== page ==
Sunday, December 12, 2010

Connection #2 - Baruch Spinoza to Maimonides



Born at Amsterdam, 24 Nov., 1632; died at The Hague, 21 Feb., 1677. He belonged to a family of Jewish merchants of moderate means, and was originally called Baruch, a name that he later translated into its Latin equivalent Benedict. His father's name was Michael, his mother, Michael's second wife, was called Hana Debora. In 1641 Michael married a third wife who was named Hester de Espinosa. The family probably had some connexion with the little town of Espino in Spanish Galicia, and with the celebrated Marrano family there called Espinosa. (The Marranos were Spanish Jews compelled to conform outwardly to Christianity.) Baruch attracted attention in the school for Portuguese Jews at Amsterdam by his talents and application to study. He made rapid progress in Hebrew and the study of the Talmud, and his teachers, especially Rabbi Saul Levi Morteira, had the greatest hopes of his future. It was intended that he should become a rabbi. The subtle methods of the teachers of the Talmud undoubtedly trained his intellect and led it particularly to reasoning by analogy. The moral teaching of the Haggada had a great and permanent influence upon his code of living. However, the difficulties in regard to the Scriptures, which he deduced from what he read, made a stronger impression upon him than their solutions. Thus he was a troublesome and critical pupil, although at the same time a modest one. He read and despised the Cabalists; yet traces of their influence are recognizable in his philosophy; mention should here be particularly made of the book called "Zohar" and of Herrera's work "Porta cæli". He studied industriously the Jewish writers on the philosophy of religion, especially Maimonides, Gersonides, Chasdai Kreskas, and Ibn Esra, and later adopted much from them. The writings of the Arabian philosopher Al Farabi and of his commentator Ismail show striking similarities, even in the smallest details, with the later system of Spinoza. There are also clear evidences of connexion between the strange work of Ibn Tofail, the story of "Hai Ibn Joktan", and the conceptions of Spinoza.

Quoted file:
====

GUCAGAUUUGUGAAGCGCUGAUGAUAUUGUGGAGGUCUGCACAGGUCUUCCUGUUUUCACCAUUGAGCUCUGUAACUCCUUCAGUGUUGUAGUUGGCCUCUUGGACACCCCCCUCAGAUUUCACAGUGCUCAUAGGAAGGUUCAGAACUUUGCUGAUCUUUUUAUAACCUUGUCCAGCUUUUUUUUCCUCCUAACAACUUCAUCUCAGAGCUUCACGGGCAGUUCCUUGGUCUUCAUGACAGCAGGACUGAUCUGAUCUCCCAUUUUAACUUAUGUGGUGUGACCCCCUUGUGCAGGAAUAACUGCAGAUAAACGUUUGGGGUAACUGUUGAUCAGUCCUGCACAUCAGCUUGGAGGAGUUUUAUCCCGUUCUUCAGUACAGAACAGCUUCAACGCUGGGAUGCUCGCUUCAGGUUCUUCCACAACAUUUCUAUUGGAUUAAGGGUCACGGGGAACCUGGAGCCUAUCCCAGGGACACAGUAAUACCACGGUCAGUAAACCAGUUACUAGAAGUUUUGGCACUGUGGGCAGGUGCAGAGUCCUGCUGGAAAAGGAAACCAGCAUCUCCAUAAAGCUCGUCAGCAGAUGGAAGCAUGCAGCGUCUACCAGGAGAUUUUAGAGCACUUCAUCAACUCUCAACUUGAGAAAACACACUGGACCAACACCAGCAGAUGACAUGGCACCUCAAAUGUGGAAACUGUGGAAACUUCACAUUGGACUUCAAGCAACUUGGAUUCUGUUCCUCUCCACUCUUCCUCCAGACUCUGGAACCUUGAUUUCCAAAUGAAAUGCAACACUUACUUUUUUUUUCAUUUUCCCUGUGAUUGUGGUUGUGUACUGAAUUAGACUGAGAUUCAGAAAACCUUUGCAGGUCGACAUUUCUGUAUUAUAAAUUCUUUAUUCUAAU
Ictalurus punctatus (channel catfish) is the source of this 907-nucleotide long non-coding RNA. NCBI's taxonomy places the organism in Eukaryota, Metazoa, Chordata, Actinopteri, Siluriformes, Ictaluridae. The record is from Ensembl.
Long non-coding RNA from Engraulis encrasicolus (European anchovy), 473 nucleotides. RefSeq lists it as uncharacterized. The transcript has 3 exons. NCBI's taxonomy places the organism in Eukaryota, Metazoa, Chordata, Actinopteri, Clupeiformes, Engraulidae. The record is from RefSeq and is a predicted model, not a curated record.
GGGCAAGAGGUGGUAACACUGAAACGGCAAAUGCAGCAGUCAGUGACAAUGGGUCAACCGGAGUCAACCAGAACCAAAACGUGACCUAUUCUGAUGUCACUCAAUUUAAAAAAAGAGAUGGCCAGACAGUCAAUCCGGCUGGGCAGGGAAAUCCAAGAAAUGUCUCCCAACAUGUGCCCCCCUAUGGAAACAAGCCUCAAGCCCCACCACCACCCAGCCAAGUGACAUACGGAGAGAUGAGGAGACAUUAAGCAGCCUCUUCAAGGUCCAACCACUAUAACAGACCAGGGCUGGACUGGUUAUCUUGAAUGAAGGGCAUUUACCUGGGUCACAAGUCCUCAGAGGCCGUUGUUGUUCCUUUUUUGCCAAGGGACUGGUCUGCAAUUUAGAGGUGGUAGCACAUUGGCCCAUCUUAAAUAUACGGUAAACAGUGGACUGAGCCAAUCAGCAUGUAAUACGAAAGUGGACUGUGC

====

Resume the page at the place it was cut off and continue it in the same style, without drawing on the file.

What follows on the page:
The Catholic Encyclopedia
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